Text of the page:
in this Atwood machine digram

atwood machine digram

y1 is the amount that m1 gets displaced and y2 is the amount that m2 gets displaced the lecturer then wrote $y1=-y2$ , I am trying to understand what did he do to get this, when I tried to write a relation I took y1 and y2 as displacement from the ground the sum of this should give a constant lets name it h $$y1+y2 =h $$ because the length of the rope is a constant if one goes up the other goes down I can then say $y1=h-y2 $ when $y1=0$ mass1 is on the ground and mass 2 distance from the ground is h

in other cases y2 and y1 I can play around with them but now I have a bit of a visual idea of the amount so this image does fit my process the best

enter image description here

now what I could deduce is that the lecturer took an x axis where the two masses line up so I went and lifted up the axis to the middle
I checked by saying when y1=0 y2=0 so they should both be on the x axis

so is this simply what the lecturer did , if yes can you share how would you analyse the situation, or possibly a different problem when getting stuck thanks


1 Answer 1


You are right in that the lecturer chose a reference such that $h=0$. Which is good sense, since this choice simplifies the problem; no need to have an $h$ floating around everywhere. When stuck, it always a good idea to do as you did, and monkey around; try one's own coordinates, test the one's used by the lecturer, etc.

A favorite approach of mine is to think about the problem right before going to bed for the night, and when arising in the morning: work on the problem. I am amazed at how often the solution is forthcoming under these circumstances. I am told that there is good scientific evidence to support this strategy.

I also think it is important to resist the urge to get help right away, either from individuals or solutions manuals. Yesterday, I broke my own rule and came here to Stack Exchange right away; if I had played around with the problem a bit (means actually doing calculations) then I would have no doubt gotten around my hang up. When we get help too easily, we deprive ourselves crucial experience in problem solving; there is no royal road to becoming a problem solver. However, it is necessary to strike a balance, one can't always accomplish everything oneself, at least not without undue exertion; when pressed for time it is not a bad idea to get some help so as to expedite the learning process.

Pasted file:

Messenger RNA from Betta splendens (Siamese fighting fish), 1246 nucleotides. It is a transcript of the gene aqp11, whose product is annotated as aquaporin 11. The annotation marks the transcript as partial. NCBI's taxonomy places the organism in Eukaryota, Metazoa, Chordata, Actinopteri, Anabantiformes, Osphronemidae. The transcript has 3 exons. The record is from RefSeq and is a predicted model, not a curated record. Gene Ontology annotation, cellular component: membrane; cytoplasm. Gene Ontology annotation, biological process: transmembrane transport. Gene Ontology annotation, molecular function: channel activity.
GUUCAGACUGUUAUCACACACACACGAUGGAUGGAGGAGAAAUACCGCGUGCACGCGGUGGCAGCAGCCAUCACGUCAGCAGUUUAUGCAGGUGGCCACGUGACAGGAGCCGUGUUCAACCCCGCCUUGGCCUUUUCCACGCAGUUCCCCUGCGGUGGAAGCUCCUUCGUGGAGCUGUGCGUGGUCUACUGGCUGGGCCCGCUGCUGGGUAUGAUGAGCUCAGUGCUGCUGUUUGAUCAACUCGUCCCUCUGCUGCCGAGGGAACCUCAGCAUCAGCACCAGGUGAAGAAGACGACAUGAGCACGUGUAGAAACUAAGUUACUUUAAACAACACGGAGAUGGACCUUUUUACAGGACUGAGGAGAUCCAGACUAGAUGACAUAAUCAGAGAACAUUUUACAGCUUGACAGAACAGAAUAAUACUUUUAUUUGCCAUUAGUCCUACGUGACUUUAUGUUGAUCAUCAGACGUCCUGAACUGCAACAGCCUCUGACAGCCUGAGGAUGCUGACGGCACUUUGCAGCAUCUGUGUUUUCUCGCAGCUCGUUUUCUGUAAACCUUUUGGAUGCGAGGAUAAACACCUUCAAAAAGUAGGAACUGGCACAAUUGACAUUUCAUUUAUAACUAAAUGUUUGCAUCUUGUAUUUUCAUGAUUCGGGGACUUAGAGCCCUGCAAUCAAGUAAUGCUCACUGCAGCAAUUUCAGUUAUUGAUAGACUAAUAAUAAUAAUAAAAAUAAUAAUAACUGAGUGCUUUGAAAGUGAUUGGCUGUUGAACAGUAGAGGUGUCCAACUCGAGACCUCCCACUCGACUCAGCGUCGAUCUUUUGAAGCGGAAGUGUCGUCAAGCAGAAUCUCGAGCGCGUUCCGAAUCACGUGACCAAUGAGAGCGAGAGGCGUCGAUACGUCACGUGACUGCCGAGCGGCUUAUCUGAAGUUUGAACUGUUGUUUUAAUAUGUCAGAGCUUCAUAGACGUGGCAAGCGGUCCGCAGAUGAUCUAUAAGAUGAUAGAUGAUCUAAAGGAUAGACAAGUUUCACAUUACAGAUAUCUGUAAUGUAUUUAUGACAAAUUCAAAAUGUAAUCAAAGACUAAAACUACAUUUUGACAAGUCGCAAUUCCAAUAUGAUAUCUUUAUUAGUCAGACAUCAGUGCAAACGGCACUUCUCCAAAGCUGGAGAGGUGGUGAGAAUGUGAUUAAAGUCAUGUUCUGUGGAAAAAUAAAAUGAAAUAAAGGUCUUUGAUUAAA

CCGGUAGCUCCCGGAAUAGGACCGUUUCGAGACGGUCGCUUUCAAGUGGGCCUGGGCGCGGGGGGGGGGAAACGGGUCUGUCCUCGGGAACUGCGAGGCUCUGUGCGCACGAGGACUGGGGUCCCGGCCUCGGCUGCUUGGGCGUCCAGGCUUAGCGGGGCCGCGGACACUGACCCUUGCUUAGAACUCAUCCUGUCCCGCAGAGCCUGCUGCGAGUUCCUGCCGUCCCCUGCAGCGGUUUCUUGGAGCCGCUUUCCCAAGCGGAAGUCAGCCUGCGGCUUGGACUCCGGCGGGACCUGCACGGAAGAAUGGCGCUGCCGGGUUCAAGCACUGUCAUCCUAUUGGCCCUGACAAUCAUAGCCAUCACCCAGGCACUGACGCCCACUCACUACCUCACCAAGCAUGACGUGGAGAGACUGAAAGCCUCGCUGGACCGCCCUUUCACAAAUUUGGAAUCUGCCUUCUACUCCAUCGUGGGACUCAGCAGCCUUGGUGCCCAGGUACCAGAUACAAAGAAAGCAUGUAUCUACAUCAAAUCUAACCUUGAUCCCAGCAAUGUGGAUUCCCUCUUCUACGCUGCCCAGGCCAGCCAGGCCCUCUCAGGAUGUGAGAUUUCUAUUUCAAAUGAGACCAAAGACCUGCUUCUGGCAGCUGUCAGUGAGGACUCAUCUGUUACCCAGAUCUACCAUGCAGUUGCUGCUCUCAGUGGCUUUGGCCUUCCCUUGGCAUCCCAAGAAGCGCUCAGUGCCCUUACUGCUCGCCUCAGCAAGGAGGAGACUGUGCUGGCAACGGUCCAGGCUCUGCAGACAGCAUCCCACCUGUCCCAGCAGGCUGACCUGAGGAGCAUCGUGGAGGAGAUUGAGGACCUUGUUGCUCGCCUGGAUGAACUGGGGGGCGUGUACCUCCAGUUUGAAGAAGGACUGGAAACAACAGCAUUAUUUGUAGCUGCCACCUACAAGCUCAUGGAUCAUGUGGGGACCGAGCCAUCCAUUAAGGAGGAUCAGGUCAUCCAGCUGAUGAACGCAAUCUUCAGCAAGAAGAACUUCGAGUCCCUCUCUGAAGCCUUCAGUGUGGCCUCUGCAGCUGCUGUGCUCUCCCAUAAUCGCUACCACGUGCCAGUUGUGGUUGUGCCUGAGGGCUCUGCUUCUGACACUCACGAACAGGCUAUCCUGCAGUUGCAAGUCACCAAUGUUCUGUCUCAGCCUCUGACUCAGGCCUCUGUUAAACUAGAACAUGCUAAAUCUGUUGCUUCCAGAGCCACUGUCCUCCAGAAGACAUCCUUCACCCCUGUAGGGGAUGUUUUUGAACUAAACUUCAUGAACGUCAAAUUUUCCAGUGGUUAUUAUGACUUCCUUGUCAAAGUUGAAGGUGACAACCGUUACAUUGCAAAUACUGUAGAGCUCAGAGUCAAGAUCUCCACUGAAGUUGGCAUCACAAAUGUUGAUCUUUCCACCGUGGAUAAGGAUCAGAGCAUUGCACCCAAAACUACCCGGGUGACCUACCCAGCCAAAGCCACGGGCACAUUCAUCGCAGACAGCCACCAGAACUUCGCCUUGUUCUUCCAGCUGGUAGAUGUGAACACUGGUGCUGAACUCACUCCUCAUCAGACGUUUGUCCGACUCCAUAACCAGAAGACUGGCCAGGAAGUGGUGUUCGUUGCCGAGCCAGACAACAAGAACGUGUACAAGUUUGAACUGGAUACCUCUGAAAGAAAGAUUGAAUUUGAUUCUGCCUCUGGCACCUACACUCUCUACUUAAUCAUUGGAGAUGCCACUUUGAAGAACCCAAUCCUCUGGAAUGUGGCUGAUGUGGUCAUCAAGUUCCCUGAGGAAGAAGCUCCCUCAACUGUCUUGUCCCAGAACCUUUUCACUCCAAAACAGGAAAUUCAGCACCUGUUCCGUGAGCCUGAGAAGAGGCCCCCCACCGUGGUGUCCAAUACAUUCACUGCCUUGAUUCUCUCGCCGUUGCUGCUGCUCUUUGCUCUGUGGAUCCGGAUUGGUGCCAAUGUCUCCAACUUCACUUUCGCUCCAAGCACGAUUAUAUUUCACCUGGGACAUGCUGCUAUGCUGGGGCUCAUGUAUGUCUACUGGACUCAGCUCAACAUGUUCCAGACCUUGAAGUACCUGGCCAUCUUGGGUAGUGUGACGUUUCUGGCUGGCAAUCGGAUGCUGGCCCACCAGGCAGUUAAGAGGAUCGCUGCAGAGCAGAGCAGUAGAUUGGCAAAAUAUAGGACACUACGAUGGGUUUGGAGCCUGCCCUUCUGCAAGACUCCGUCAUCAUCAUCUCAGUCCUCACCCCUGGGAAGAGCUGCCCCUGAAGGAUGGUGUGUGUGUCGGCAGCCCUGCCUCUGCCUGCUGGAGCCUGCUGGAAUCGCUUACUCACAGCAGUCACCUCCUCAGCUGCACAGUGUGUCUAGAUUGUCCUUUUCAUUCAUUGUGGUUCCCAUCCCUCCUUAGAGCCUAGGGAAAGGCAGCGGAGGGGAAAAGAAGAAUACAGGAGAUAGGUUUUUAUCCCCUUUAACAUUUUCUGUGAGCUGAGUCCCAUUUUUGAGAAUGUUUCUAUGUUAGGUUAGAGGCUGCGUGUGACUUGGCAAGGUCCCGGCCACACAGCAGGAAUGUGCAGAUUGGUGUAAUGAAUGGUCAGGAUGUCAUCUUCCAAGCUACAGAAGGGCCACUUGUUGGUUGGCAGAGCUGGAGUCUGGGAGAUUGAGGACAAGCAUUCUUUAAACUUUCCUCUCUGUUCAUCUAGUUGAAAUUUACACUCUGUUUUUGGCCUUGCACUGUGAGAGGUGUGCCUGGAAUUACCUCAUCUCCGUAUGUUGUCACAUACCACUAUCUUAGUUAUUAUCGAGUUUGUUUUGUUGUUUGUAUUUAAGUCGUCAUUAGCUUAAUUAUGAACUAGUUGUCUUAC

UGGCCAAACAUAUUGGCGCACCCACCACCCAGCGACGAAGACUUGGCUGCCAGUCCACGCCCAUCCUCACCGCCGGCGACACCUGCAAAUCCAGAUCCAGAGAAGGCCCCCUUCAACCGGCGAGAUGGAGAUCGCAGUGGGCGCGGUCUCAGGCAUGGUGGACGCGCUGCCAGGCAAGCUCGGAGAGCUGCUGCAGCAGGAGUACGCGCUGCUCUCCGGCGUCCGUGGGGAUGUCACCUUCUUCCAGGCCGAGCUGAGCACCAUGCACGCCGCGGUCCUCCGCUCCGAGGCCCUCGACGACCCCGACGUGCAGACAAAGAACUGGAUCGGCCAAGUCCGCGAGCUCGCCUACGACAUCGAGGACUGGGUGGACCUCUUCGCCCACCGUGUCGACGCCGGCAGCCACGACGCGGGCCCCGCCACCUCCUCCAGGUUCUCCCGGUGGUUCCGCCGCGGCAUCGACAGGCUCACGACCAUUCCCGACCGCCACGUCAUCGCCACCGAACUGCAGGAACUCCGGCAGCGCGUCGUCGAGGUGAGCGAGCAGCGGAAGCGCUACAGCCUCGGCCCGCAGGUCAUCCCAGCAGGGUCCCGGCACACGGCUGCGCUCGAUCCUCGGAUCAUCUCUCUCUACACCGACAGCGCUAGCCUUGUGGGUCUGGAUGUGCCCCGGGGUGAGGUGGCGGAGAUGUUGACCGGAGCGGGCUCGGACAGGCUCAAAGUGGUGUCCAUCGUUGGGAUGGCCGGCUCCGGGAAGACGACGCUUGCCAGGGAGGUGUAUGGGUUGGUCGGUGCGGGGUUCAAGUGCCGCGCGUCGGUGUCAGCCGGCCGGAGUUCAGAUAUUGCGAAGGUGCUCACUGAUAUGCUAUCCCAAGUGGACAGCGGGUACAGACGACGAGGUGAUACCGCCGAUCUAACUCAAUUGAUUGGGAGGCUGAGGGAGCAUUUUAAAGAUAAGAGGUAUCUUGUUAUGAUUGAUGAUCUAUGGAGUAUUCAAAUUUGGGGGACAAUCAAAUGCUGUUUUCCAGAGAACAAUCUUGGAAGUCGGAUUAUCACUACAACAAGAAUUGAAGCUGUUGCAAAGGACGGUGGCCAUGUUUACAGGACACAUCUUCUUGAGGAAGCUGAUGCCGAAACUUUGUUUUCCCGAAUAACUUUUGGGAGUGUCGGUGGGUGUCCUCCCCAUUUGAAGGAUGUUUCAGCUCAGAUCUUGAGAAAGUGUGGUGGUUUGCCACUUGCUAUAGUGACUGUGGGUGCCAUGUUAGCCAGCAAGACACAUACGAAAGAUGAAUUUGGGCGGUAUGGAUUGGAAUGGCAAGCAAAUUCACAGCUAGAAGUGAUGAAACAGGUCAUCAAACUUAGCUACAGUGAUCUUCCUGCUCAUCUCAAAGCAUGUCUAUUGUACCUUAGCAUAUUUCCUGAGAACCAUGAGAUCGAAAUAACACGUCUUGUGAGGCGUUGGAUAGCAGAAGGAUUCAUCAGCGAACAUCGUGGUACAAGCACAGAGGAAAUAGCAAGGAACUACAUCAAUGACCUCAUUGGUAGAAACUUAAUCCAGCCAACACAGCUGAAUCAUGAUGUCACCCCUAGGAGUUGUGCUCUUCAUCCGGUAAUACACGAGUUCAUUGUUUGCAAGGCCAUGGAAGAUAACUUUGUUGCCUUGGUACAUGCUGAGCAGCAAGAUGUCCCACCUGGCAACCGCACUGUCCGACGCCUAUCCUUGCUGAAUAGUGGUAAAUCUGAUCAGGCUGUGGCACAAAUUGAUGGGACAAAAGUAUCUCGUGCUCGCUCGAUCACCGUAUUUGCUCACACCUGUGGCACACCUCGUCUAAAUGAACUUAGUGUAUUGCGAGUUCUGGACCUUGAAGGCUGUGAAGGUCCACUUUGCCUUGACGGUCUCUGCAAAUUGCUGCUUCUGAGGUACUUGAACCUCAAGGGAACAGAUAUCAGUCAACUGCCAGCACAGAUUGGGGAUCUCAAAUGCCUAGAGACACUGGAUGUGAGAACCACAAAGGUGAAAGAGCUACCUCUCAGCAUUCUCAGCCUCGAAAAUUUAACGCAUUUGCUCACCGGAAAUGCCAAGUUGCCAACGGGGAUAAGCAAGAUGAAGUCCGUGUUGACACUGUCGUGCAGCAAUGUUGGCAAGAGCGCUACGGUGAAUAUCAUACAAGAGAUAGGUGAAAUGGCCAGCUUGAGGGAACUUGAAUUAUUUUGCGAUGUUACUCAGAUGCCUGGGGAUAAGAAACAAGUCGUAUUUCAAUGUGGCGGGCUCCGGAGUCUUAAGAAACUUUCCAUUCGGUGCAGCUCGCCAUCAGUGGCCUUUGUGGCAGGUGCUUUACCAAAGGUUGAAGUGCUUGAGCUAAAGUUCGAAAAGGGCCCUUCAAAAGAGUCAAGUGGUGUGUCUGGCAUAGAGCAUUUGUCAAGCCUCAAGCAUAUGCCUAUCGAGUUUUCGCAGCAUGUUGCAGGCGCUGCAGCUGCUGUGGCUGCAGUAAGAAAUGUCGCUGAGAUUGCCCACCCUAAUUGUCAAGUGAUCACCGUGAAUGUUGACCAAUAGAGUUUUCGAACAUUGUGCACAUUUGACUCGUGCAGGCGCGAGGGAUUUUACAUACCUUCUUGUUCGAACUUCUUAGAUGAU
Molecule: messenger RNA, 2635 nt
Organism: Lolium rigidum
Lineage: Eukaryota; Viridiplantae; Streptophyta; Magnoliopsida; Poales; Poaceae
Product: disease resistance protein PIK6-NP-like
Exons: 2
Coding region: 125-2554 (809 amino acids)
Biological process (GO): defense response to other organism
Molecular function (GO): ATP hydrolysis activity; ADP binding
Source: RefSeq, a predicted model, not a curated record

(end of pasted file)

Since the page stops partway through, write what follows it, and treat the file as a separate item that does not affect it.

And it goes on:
• $\begingroup$ thanks for the insight I just noticed how badly phrased the question at the end was yet you managed to answer what I wanted lol ,I will just leave the question without accepting an answer for a bit so that there is a possibility to receive new answers , and then accept one $\endgroup$
    – lodo
    Feb 27 at 14:40
  • $\begingroup$ @lodo Thats a good idea, its always best to wait a bit, you never know what interesting things others will contribute. $\endgroup$ Feb 27 at 14:43
  • $\begingroup$ may I ask If there is a way you would recommend to learn physics I would like to gain some insight from people who have more knowledge in the field , I am currently reading Berkeley physics book which really feels like a gem , I also noticed how I rarely solve problems outside of class because of the number of courses I have this semester and how the uni made the semester shorter yet with same amount of materials and I am trying to fix this since application of knowledge is a must but $\endgroup$
    – lodo
    Feb 27 at 14:49
  • 1
    $\begingroup$ You are absolutely correct in your conviction to solve more problems; I cannot stress how important this is to mastering physics, the more you do, the better you will become. If it is possible not to over pressure yourself with a class-load that is too heavy, then reduce the number of classes so that you have more time to devote to physics. Use more than one textbook, if you can use three or four textbooks at the same time, then do so, the insight that is gained from reading multiple authors is inestimable. This last technique has probably helped me more than any one thing. $\endgroup$ Feb 27 at 15:22
  • $\begingroup$ I appreciate the suggestions I already Brought a couple of books home from the library thinking it may help me learn and see a couple of new perspectives but I focused only on one in the end ,I will try using them simultaneously , and I certainly would have reduced the number of classes since my goal is to learn and understand to the best of my ability not just to pass courses or get a degree yet for the first year I need to try and handle the pressure since I want to switch to physics+another major and I need to finish all the mandatory courses to do so ,thank u helped me clear my mind $\endgroup$
    – lodo
    Feb 27 at 16:05

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